What is a Directory?

Written by Katelyn McWilliams on December 25, 2018

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With so many different identity and access management (IAM) tools and terms out there, sometimes the foundational elements are lost in all the noise. When we talk about IAM solutions, we are often talking about web application single sign-on (or SSO) solutions, multi-factor authentication (MFA), privileged identity management, identity governance…the list goes on. But today, we’re going to go back to the basics and ask: what is a directory?

What is a Directory?

Often called the identity provider (IdP), a directory (or directory service, more accurately), is the user store of identities and the central point for access control. The modern directory service dates back to the creation of LDAP in 1993 by JumpCloud® advisor, Tim Howes, and his colleagues at the University of Michigan. The creation of LDAP led to the invention of two of the original directory services platforms: OpenLDAP™ in 1997 and Microsoft® Active Directory® (also known as AD or MAD) in 1999.

The Directory Service Giant: AD

How IDaaS has changed over the years

As time went on, Active Directory became the most popular on-prem directory service platform to date. AD was simply a component of Windows® Server. On-prem and Windows-centric, this identity provider worked well and was cost effective at the time given that most networks were entirely Windows-based already. In addition to this, Active Directory also offered what are known as Group Policy Objects (GPOs). A GPO is essentially a predefined script, command, or task execution template designed to manage Windows system policies, which revolutionized the way IT admins managed fleets of Windows-based systems.

This identity provider could connect users to IT resources like systems, files, applications, and networks. Because of the prevalence of Windows at the time, AD and the domain controller were undeniably valuable due to their nearly seamless integration with other Windows resources. Users would simply login to their Windows device and access whatever resources needed within the on-prem network. Everything was great in the traditional IT environment, users could access what they needed when they needed to. What could be better than managing everything from one pane of glass?

The Rise of the Cloud

the rise of cloud IAM

As time went on, we began to see a shift in the IT landscape. With Windows now making up only 1 out of 5 devices in the modern office (Forbes), it is easy to see that the IT realm is in for a huge change. Web applications began to crop up, cloud servers from AWS® (Amazon Web Services) became more popular, Exchange was replaced by G Suite  and Office 365, and so on. The focus shifted from the foundational element, the directory service, to a hodge-podge of add-on solutions required to connect users to cloud-based and non-Windows solutions needed to do their jobs. These solutions basically sat on top of AD, and because of Active Directory’s relevance amongst most organizations, it was more interesting to talk about the tools used to federate Microsoft identities than a nearly ubiquitous solution.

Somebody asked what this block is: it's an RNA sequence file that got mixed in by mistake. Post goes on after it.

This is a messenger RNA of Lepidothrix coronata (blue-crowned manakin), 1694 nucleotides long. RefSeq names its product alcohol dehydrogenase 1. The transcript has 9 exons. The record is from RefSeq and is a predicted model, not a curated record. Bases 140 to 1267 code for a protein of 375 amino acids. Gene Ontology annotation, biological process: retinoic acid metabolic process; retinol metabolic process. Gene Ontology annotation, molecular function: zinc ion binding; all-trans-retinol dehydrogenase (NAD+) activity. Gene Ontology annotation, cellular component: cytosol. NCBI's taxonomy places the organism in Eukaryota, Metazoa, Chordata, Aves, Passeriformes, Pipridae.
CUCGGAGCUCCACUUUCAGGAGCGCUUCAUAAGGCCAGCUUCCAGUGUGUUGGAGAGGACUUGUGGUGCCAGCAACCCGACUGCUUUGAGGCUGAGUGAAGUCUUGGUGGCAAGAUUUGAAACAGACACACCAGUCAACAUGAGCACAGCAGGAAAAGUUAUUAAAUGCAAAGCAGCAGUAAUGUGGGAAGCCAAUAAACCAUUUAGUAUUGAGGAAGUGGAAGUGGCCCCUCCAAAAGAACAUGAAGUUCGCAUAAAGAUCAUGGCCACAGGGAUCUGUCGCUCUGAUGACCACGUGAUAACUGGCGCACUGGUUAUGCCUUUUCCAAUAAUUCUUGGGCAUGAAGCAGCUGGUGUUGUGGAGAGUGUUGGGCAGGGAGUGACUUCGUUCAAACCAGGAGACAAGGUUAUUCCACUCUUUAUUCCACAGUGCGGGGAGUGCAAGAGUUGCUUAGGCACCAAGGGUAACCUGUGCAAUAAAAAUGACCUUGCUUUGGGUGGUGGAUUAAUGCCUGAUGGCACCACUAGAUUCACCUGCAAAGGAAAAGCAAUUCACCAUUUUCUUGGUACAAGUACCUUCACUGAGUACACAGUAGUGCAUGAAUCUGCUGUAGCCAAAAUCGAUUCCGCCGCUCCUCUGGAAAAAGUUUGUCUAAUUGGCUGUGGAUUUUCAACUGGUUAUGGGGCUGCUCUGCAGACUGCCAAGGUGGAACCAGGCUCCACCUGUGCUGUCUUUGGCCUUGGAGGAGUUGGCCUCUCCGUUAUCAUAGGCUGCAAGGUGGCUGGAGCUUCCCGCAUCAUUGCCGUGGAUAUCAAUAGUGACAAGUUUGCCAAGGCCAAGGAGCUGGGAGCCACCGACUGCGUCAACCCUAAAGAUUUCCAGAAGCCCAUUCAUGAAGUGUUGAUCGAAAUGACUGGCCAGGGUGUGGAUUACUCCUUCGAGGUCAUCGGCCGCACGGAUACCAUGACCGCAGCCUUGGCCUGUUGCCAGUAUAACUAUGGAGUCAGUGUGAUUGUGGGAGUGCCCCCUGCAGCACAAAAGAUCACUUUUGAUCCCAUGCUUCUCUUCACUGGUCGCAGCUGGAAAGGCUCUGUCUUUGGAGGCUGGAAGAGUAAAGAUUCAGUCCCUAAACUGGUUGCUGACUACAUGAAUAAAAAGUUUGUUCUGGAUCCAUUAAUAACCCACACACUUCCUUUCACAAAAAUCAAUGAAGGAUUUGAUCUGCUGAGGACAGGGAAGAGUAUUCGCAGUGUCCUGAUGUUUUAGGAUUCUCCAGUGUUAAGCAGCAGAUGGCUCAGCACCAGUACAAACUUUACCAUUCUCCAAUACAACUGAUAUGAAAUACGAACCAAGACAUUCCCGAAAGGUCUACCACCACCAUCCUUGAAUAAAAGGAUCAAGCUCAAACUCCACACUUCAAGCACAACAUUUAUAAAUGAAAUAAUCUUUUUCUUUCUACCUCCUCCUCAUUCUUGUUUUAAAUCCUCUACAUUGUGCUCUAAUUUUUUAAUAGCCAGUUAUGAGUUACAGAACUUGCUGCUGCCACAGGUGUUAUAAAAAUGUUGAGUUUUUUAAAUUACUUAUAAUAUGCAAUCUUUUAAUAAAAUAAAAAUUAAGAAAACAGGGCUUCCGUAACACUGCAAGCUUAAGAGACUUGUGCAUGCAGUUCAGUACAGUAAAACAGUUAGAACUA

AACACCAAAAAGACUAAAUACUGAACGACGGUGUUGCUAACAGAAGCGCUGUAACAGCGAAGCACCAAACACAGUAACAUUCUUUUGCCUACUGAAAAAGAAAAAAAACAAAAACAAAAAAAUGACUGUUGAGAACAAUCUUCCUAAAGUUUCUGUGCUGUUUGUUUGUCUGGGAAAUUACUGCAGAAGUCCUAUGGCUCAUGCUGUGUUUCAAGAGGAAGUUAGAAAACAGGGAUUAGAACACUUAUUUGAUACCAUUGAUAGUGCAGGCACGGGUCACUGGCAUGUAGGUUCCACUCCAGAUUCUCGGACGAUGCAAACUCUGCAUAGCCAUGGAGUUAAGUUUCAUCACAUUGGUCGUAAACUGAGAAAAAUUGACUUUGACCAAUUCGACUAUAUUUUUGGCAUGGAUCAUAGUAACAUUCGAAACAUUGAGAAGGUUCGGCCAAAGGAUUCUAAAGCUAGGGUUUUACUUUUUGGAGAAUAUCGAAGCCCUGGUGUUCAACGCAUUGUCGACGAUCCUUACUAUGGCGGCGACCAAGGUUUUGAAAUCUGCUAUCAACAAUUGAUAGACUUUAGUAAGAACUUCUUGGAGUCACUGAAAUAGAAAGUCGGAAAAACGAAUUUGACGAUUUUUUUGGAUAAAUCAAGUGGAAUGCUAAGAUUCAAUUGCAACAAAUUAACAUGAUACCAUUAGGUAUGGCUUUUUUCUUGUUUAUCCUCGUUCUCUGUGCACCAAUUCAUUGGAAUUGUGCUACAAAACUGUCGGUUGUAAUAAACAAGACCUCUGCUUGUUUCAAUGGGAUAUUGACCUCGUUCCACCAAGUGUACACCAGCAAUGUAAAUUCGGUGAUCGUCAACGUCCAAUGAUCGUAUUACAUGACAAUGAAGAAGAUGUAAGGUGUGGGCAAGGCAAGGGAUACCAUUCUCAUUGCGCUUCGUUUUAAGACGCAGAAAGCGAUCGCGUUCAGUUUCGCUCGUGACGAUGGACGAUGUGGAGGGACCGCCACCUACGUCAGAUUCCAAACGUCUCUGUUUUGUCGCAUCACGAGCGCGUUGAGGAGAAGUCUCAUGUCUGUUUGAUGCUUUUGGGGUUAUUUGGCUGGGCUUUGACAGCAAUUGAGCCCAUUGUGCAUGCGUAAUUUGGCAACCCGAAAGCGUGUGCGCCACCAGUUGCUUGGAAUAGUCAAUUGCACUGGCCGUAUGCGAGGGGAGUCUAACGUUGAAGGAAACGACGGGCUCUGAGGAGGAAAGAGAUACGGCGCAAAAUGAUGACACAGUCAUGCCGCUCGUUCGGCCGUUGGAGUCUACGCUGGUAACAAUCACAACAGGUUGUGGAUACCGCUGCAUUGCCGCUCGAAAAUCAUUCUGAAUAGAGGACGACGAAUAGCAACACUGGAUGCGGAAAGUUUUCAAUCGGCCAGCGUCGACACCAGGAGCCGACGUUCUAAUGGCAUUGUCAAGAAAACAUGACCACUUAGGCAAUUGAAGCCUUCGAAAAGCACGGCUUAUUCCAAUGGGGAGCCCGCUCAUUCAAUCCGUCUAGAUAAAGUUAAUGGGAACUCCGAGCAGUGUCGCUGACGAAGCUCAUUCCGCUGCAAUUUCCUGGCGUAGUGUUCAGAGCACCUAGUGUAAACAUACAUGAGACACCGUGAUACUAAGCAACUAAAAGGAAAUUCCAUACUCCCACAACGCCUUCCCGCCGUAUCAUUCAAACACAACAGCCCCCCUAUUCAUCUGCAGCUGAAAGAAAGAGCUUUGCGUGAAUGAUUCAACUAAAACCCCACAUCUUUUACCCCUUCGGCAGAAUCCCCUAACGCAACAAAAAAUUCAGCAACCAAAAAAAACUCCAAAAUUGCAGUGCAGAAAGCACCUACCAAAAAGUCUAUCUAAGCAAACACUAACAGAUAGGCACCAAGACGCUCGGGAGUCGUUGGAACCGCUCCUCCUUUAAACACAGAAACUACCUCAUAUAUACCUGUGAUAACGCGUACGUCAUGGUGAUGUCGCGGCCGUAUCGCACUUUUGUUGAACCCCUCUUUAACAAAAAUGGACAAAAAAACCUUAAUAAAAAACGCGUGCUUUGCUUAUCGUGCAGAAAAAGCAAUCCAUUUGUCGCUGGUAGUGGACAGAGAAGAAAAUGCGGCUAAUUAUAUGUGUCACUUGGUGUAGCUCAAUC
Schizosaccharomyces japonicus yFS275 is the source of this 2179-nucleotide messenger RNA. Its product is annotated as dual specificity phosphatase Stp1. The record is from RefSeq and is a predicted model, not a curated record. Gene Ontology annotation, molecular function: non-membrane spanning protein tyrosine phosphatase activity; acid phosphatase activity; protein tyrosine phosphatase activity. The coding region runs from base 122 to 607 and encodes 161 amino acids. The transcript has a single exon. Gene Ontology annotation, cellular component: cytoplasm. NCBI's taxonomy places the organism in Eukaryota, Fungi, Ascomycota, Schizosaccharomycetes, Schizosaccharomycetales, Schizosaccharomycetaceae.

The challenge with this approach became that the overall infrastructure, management time, and costs required to maintain this patchwork directory all increased dramatically. Further, because the directory was on-prem it struggled with cloud and web resources. The result was that IT organizations were left wondering if a better approach to the directory was possible.

What is a Next Generation Directory?

The evolution of directory services

The ideal next generation approach to a directory service would be delivered from the cloud and be completely neutral. Rephrased, the desire leans towards a cloud directory that would connect users to all of their IT resources including systems (Windows, Mac®, and Linux®), web and on-prem applications through SAML and LDAP, and cloud and on-prem servers through AWS, GCE™ (Google Compute Engine, the Infrastructure-as-a-Service section of the Google Cloud Platform), or on-prem data centers. In addition to these, users must also be able to access physical and virtual file servers (Samba based, NAS appliances, cloud such as Box™ and Drive™) as well as wired and WiFi networks. Luckily, a modern directory service exists that dramatically changes the way we look at directories.

Cloud Directory Services with DaaS

JumpCloud® Directory-as-a-Service® is a next generation directory service that is revolutionizing the way we see the traditional IdP. Completely cloud-based and platform agnostic, JumpCloud leverages LDAP, SAML, and RADIUS protocols to connect users with their on-prem and cloud applications, networks, file servers, and more, regardless of their location or provider. JumpCloud also offers GPO-like functions, remote command execution, audit logging, and more for Mac, Linux, and Windows systems.

Interested in learning more? Contact the JumpCloud team or schedule a demo to learn how the next generation cloud directory service can revolutionize your IT landscape. You’re welcome to sign up for a free account and take advantage of the full functionality of the Directory-as-a-Service platform. Find us on YouTube for customer stories, product explanations, tutorials, and more!

Katelyn McWilliams

Kate is a Content Writer at JumpCloud. She moved to Boulder, Colorado from Seattle in 2017 with experience in marketing for IT under her belt. When she isn't writing about tech, she enjoys rock climbing and petting every dog in sight.

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